Put simply, the Europa League, Carling Cup or any trophy you care to mention, ought not be an “inconvenience” for any professional football club. That is a lazy excuse and a shirking of one’s responsibilities as a player or as a manager. If your club’s manager suggests qualification for any tournament is unwanted, ask yourself who he’s putting first. It wouldn’t wash in any other industry (“I don’t care how good for business it would be if I went, or how good a networking opportunity it is. I’m tired!”). Step up to the challenge and realise it was a privilege to be asked to attend.
No-one is calling for clubs to play full strength sides all the way through, but with a squad of 25+ pros available, and fans who give more to the club than most of the players ever will, to make flippant pronouncements about playing some games of football radically misses the point and smacks of contempt for the fans. Fulham are a good albeit convenient and not altogether typical example of what second tier European football can bring. Would Harry Redknapp really prefer a year out of European football rather than experience a run to the final of the Europa like the Cottagers last year? You know what, maybe he would, and we should feel sorry for him as he must have lost his passion for the game. But you can be damn sure the fans wouldn’t. Incidentally Fulham’s run brought them £12million in revenue, but don’t let that get in the way of what is an unashamedly romantic argument.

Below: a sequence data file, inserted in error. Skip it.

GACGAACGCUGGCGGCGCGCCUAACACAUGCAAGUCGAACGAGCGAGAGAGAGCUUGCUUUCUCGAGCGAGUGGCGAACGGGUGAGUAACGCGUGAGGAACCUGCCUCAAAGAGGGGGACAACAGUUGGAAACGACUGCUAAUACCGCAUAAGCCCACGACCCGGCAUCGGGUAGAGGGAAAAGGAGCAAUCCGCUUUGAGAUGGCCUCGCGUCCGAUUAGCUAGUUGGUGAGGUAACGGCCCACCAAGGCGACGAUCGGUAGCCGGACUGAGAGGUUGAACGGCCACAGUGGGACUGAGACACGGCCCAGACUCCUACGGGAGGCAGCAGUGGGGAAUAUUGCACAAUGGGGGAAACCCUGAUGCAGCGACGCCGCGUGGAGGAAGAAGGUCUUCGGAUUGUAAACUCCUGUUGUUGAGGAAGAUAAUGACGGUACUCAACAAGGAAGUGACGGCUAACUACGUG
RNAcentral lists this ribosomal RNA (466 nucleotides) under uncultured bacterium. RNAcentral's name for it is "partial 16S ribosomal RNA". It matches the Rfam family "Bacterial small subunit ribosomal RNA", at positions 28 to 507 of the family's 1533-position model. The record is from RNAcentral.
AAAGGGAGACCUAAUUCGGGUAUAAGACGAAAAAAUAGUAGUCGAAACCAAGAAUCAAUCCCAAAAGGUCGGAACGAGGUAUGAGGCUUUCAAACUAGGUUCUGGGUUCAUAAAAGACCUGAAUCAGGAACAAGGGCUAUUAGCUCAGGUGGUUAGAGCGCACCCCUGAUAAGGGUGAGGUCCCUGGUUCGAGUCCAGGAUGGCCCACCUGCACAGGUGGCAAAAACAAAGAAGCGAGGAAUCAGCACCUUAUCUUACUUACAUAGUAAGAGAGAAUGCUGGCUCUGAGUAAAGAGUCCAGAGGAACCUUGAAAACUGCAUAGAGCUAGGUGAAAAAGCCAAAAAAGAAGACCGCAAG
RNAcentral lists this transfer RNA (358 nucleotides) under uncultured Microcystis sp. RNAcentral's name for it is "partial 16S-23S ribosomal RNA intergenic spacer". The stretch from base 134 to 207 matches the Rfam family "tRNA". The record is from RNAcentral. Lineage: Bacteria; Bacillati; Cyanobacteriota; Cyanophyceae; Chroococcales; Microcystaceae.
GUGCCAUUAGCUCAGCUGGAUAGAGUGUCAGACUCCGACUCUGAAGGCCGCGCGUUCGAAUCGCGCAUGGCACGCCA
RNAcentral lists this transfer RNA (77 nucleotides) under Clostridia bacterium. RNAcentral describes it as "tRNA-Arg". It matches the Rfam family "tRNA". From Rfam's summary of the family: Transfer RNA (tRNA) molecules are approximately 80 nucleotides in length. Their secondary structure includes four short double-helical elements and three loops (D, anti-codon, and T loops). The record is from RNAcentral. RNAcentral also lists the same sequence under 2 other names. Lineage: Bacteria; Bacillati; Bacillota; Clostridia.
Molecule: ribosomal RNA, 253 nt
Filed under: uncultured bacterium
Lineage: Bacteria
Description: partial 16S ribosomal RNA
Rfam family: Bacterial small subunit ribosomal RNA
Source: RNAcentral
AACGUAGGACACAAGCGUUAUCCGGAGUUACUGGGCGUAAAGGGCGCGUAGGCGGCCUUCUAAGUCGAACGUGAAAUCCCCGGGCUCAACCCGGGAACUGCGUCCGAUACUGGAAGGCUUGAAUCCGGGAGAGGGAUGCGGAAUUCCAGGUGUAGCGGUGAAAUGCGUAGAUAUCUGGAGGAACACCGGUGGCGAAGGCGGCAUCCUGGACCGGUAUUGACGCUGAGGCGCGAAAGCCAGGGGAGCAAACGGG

Even the so called big guns of Liverpool and Manchester City deigned to play Europa League football this season with good grace. Neither can be said to have been adversely effected by the experience, and the fans, I’m sure, enjoyed the experience (although for the rest of us, it did inflict “The Poznan” on England). The biggest threat to the credibility of the Europa League isn’t to be found in the make up of the tournament itself, rather it is in the self perpetuating hum of scorn emanating from the media and certain managers and players alike. These voices have a unique position when it comes to setting the agenda of the chatter amongst football fans. The reality is that this tone of commentary is harmful to the game, harmful to any trophy that isn’t the Premier League or Champions League, and offensive to the vast majority of hard working football fans who can speak for themselves, but who in debates over the relevance or otherwise of the Europa League, too often go unheard.
UEFA aren’t blameless and the competition needs an overhaul, but in the meantime, why not respect a trophy rich in history, why not realise that a squad can be rotated, and most important of all, why not realise that it ought to be the goal of every self respecting football club to put silverware in the trophy cabinet and offer a bank of memorable experiences to the loyal fans who just want something to cheer about. I might be alone amongst fans in feeling this way. But I doubt it.